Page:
- The extrinsic incubation period is the duration required for the complete development of the pathogen in the intermediate host. For example, it takes 28 days for the malaria parasite’s gametocyte stage to develop into the sporozoite stage in the mosquito body. Hence, 28 days is the extrinsic incubation period of the malarial parasite. The extrinsic incubation period of the malaria parasite is also known as sporogony, which is the duration between ingestion of gametocyte stage via infected blood meal to the stage where sporozoite stage reaches the salivary gland of the mosquito, making it capable of transmitting the infection. The extrinsic incubation period in malaria is affected by various factors like temperature, genetic diversity of the parasite and vector, biotic and abiotic factors. Thus, the incubation period of malaria ranges from 7 to 30 days.
The intrinsic and extrinsic incubation periods can be understood with the help of a diagrammatic illustration of the infection cycle of the Zika virus (Figure 2).
The incubation period of a pathogen is dependent upon a number of factors, that includes-
- Duration of exposure to the pathogen
- Amount or dose of the pathogen on exposure
- Route of entry of the pathogen
- Vulnerability or predisposition of the host to the pathogen
- Rate of the multiplication of pathogen in the host
- Host defense system
Examples for Diseases in Humans
The answer to the question ‘what is the average incubation period for a virus’ is pretty dramatic as the virus incubation period may vary from 1 day to year(s). Some of the examples of the viral incubation period of pathogens are as mentioned below:
- Incubation period covid- 19 virus: 5 to 6 days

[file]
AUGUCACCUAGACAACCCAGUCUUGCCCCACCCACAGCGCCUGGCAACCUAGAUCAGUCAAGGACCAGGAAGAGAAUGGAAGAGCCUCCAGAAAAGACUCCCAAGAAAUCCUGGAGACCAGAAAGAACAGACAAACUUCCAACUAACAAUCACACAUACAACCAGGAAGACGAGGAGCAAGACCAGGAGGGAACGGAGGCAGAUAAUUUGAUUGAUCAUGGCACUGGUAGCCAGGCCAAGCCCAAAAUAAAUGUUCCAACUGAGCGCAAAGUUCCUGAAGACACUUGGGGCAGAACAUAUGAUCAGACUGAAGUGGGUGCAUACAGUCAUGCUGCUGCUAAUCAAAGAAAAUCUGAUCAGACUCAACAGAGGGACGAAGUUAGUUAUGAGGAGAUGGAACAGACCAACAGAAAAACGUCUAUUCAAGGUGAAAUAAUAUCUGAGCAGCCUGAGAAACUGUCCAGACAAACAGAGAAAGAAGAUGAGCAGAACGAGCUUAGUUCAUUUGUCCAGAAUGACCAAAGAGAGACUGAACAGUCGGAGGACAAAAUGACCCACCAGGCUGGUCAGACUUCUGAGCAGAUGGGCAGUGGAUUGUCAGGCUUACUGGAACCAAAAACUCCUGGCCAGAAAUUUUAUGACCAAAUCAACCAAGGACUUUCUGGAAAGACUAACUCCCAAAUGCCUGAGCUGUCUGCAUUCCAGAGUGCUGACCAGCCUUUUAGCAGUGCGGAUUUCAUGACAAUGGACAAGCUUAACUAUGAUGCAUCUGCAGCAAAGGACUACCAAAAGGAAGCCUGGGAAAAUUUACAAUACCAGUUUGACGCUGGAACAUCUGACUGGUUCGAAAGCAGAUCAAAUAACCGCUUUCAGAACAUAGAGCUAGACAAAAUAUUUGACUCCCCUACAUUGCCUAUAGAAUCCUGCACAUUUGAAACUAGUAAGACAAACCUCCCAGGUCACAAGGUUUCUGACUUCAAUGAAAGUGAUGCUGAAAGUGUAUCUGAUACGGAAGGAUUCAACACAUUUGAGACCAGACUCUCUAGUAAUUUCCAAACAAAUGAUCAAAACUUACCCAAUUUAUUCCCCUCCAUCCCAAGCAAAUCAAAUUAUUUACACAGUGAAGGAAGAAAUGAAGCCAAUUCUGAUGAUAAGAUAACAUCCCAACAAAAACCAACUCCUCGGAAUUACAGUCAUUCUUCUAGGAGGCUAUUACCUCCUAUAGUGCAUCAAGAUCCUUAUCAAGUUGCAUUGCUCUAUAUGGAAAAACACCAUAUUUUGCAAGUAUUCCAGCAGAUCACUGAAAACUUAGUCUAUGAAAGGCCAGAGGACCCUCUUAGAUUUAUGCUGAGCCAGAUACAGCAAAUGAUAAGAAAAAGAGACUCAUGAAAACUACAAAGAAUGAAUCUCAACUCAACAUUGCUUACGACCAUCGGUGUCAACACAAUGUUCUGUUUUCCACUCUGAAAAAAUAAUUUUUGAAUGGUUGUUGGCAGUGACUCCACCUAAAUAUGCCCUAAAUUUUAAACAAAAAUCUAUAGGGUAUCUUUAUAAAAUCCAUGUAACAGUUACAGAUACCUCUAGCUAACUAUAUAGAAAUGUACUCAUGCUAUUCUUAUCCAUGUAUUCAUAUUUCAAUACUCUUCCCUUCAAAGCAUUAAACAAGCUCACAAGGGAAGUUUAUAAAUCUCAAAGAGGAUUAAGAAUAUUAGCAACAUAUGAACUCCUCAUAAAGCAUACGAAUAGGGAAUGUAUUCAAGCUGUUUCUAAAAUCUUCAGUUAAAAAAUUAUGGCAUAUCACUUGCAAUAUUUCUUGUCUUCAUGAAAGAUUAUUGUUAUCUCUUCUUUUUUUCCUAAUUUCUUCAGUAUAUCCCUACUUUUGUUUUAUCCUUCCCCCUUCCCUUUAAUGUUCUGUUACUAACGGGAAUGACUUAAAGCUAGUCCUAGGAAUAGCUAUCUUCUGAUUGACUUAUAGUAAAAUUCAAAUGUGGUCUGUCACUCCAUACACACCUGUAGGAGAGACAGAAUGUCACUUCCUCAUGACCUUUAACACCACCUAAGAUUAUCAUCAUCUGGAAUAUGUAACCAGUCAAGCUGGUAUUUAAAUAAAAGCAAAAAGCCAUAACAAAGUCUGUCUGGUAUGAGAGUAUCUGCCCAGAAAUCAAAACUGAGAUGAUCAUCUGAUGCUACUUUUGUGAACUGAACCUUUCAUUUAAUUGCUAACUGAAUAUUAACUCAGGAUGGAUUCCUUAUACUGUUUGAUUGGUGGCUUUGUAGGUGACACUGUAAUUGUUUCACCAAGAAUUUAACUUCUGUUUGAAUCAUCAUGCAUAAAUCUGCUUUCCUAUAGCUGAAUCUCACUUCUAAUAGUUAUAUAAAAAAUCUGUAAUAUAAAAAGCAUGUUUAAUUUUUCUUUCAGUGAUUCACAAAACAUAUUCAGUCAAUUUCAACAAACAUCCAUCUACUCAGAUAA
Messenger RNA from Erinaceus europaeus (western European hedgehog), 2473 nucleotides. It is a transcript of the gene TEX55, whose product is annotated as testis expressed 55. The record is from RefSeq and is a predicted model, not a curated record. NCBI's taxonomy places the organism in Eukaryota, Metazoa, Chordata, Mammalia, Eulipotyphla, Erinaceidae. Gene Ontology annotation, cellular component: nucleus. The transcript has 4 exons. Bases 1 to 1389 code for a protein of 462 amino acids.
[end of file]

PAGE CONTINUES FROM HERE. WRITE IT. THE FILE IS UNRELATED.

- Delta variant incubation period: 2-3 days
- Chickenpox incubation period: 2 to 3 weeks
- Shingles incubation period: 7 to 10 days
- Flu incubation period: 2 days
- Common cold incubation period: 1 to 3 days
- HIV incubation period: around four weeks or one month
- Rabies incubation period: few days to a year
- Respiratory Syncytial Virus or RSV incubation period: 2 to 8 days
- Salmonella incubation period: 12 to 72 hours
- Cough or croup incubation period: 2- 5 days
- Stomach flu incubation period or stomach bug incubation period: 24 to 48 hours
- Group A Strep pharyngitis or Strep incubation time: The incubation period of Strep throat ranges from 2 to 5 days
- E. coli incubation period: 3 to 4 days
- Mumps incubation period: 16- 18 days
- Pink eye incubation period: 24 to 72 hours
- Tetanus incubation period: 3 to 21 days
- Roseola incubation period: 5 to 15 days
- Ebola incubation period: 2 to 21 days
- Pneumonia incubation period: 2 to 5 days
- Listeria incubation period: 1 to 2 weeks
- Rotavirus incubation period: 2 days
- Scabies incubation period:4 to 8 weeks
- Ringworm incubation period: 10 to 14 days
- Tonsillitis incubation period: 2 to 4 days
- Rubella incubation period: 12 to 23 days
- The incubation period of hepatitis b: 90 days
- The incubation period of tuberculosis: few months to two years
- The incubation period of cholera: 2 hours to 5 days
- The incubation period of diphtheria: 2 to 5 days
Sexually transmitted diseases or STD incubation period:
- Chlamydia incubation period: 7 to 21 days
- Herpes incubation period or Genital herpes incubation period: 4 days
- Gonorrhea incubation period: 2 to 5 days
- Syphilis incubation period: 21 days
- Hepatitis A incubation period: 15 to 50 days
Try to answer the quiz below to check what you have learned so far about the incubation period.
- Lai, C., Yu, R., Wang, M., Xian, W., Zhao, X., Tang, Q., Chen, R., Zhou, X., Li, X., Li, Z., Li, Z., Deng, G., & Wang, F. (2020). Shorter incubation period is associated with severe disease progression in patients with COVID-19. Virulence, 11(1), 1443–1452. https://doi.org/10.1080/21505594.2020.1836894
- Ohm, J.R., Baldini, F., Barreaux, P. et al. Rethinking the extrinsic incubation period of malaria parasites. Parasites Vectors 11, 178 (2018). https://doi.org/10.1186/s13071-018-2761-4
- Rothman K. J. (1981). Induction and latent periods. American journal of epidemiology, 114(2), 253–259. https://doi.org/10.1093/oxfordjournals.aje.a113189
- Virlogeux, V., Fang, V. J., Wu, J. T., Ho, L. M., Peiris, J. S., Leung, G. M., & Cowling, B. J. (2015). Brief Report: Incubation Period Duration and Severity of Clinical Disease Following Severe Acute Respiratory Syndrome Coronavirus Infection. Epidemiology (Cambridge, Mass.), 26(5), 666–669. https://doi.org/10.1097/EDE.0000000000000339